The repudiation of violence as a means to an end has led many Quakers to espouse various forms of nonviolent action.
- a willingness to take suffering on oneself without inflicting it on others.
Many early Quakers faced violent opposition to their ministry. When Elizabeth Williams and Mary Fisher were condemned to be whipped in 1653, contemporary accounts tell how they endured the punishment “without any change of countenance… and sang and rejoiced.”
Patient dignity in the face of abuse also characterised Quaker involvement in the American Women’s movement. When the first female students of the pioneering women doctor, Ann Preston, were met with angry demonstrations in 1869, their quiet composure helped to sway public opinion in their favour. Alice Paul’s “Silent Sentinels” demonstration outside the White House in 1917 helped to bring about President Woodrow Wilson’s support for women’s suffrage.
In 1934, Quaker lawyer Richard Gregg wrote The Power of Non-Violence, one of the first books to introduce Gandhi’s ideas to a Western audience. He described nonviolence as “moral jiu-jitsu” – the opponent expects resistance and when there is none, he loses his “moral balance.”
There are three ways in which one can deal with an injustice. (a) One can accept it without protest. (b) On can seek to avoid it. (c) One can resist the injustice nonviolently. To accept it is to perpetuate it.
After the War, Rustin took part in the Journey of Reconciliation across four southern States, to protest against illegal segregation on inter-state transport. He was arrested several times in the course of the journey and in North Carolina was sentenced to thirty days on a chain gang. The protest became a model for future ‘Freedom Rides’.
We must now put aside our fears... There can be no gap between our religious conviction and our actions... The path of non-violence is not one of weakness; it demands courage, direction and the utmost personal sacrifice.
Quaker convert, Ham Sok-Han, known as the Gandhi of Korea, repeatedly suffered imprisonment and carried out hunger strikes, first under the Japanese occupation of Korea in the 1920s, then under the communists in North Korea and finally under a series of corrupt dictatorships in South Korea. His book, Queen of Suffering: a spiritual history of Korea rejected the path of violence. It closed with the line, “Put your sword down and think hard.”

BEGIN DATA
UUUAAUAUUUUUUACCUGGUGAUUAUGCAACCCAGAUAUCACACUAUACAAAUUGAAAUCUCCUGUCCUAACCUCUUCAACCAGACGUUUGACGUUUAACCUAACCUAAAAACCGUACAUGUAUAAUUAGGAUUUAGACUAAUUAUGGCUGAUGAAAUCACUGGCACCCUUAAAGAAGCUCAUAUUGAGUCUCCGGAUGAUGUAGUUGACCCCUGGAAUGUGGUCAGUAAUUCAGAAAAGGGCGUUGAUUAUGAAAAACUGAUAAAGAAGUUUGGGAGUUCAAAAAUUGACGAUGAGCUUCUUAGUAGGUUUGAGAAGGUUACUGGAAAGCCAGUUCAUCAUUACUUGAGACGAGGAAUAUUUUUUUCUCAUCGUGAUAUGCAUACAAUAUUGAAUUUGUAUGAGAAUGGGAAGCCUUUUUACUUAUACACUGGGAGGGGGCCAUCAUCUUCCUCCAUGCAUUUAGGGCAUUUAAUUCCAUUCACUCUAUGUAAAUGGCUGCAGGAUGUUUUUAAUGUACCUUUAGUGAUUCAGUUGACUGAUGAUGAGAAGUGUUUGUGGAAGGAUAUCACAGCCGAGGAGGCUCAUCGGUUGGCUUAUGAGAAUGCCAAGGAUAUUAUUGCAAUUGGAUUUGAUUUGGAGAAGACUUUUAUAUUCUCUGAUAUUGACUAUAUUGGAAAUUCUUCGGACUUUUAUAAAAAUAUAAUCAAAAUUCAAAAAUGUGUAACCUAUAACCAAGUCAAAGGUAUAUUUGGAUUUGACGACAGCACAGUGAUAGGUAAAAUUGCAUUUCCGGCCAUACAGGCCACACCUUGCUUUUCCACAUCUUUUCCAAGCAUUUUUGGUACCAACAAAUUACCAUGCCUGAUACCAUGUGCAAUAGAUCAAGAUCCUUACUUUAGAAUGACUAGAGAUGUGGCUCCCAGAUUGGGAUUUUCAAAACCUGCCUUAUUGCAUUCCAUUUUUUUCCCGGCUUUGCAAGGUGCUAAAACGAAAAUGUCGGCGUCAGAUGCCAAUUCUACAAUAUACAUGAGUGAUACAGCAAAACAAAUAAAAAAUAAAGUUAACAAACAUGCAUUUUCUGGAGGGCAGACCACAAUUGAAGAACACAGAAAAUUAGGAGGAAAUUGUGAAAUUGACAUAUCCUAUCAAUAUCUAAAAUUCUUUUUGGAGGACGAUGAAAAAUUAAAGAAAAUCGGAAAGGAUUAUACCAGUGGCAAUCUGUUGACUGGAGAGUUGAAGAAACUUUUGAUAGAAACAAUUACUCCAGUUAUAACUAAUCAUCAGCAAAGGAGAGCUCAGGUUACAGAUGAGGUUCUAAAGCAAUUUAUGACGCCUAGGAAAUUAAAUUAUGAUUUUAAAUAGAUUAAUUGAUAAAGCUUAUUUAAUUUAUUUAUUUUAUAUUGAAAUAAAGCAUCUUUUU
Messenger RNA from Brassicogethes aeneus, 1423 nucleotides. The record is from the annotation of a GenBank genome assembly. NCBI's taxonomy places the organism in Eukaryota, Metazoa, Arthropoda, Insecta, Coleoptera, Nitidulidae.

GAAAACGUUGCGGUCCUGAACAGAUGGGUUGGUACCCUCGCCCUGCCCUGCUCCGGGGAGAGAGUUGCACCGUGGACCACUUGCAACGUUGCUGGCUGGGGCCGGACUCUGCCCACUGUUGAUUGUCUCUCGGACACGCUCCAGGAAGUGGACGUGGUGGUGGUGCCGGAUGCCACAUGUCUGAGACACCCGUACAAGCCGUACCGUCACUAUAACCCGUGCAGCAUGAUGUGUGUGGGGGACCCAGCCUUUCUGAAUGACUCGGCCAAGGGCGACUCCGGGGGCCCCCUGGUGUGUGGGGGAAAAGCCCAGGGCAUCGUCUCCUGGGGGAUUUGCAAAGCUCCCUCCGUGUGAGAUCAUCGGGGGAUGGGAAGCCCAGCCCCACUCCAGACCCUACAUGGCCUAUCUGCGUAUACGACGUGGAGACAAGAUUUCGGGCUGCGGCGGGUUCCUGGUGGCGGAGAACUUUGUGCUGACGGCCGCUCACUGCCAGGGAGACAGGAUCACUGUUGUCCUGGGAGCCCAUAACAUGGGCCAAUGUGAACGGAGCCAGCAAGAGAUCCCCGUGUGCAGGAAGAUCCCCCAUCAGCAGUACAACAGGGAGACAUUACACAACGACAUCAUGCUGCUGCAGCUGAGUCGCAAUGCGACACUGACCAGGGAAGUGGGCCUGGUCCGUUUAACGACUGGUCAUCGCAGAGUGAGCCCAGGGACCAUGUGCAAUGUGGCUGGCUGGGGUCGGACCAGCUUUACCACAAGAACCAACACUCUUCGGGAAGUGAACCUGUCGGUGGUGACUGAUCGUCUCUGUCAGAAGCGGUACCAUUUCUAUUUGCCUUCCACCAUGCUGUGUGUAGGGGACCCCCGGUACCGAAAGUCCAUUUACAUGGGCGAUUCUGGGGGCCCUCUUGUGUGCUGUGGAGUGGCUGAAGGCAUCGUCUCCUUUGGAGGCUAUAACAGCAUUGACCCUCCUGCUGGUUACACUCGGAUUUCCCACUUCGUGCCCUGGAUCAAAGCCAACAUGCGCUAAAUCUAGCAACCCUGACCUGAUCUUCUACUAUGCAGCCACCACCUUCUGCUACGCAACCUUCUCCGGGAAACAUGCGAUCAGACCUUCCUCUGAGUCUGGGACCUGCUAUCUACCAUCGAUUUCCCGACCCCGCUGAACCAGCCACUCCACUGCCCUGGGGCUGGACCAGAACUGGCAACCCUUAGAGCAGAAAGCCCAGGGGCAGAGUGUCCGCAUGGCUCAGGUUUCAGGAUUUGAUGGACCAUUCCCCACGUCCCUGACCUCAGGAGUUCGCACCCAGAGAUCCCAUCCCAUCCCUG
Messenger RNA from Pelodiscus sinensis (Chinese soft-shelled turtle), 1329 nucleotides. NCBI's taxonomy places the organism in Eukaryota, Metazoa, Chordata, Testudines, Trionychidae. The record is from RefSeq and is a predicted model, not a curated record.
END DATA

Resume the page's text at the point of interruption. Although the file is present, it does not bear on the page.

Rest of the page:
In the 1980s, Quakers took part in the Sanctuary Movement, a network of people who smuggled those fleeing violence in Central America across the border into the US and gave them sanctuary at a time when the US government was refusing to recognise their status as refugees. 150 years previously, the Underground Railroad helped excaping slaves in a similar way.
How can we, who advocate nonviolence, actually practise it in hostile, threatening situations?
The Alternatives to Violence Project (AVP) began in 1975, when a group of Quakers were asked by long-term prisoners in a New York prison to provide a workshop for youth coming into conflict with the law. AVP has now spread to 50 countries around the world and has been used in situations from refugee camps to women’s refuges.
In the UK, Quaker Peace and Social Witness runs the Turning the Tide programme, which provides workshops, consultations and publications on nonviolence. In the US he Friends Council for National Legislation and the American Friends Service Council regularly suggest ways in which Quakers and others can express their views nonviolently. Friends in Kenya are using Turning the Tide workshops to develop ideas for direct action which they have implemented with considerable success. Rwandan Friends are following this example.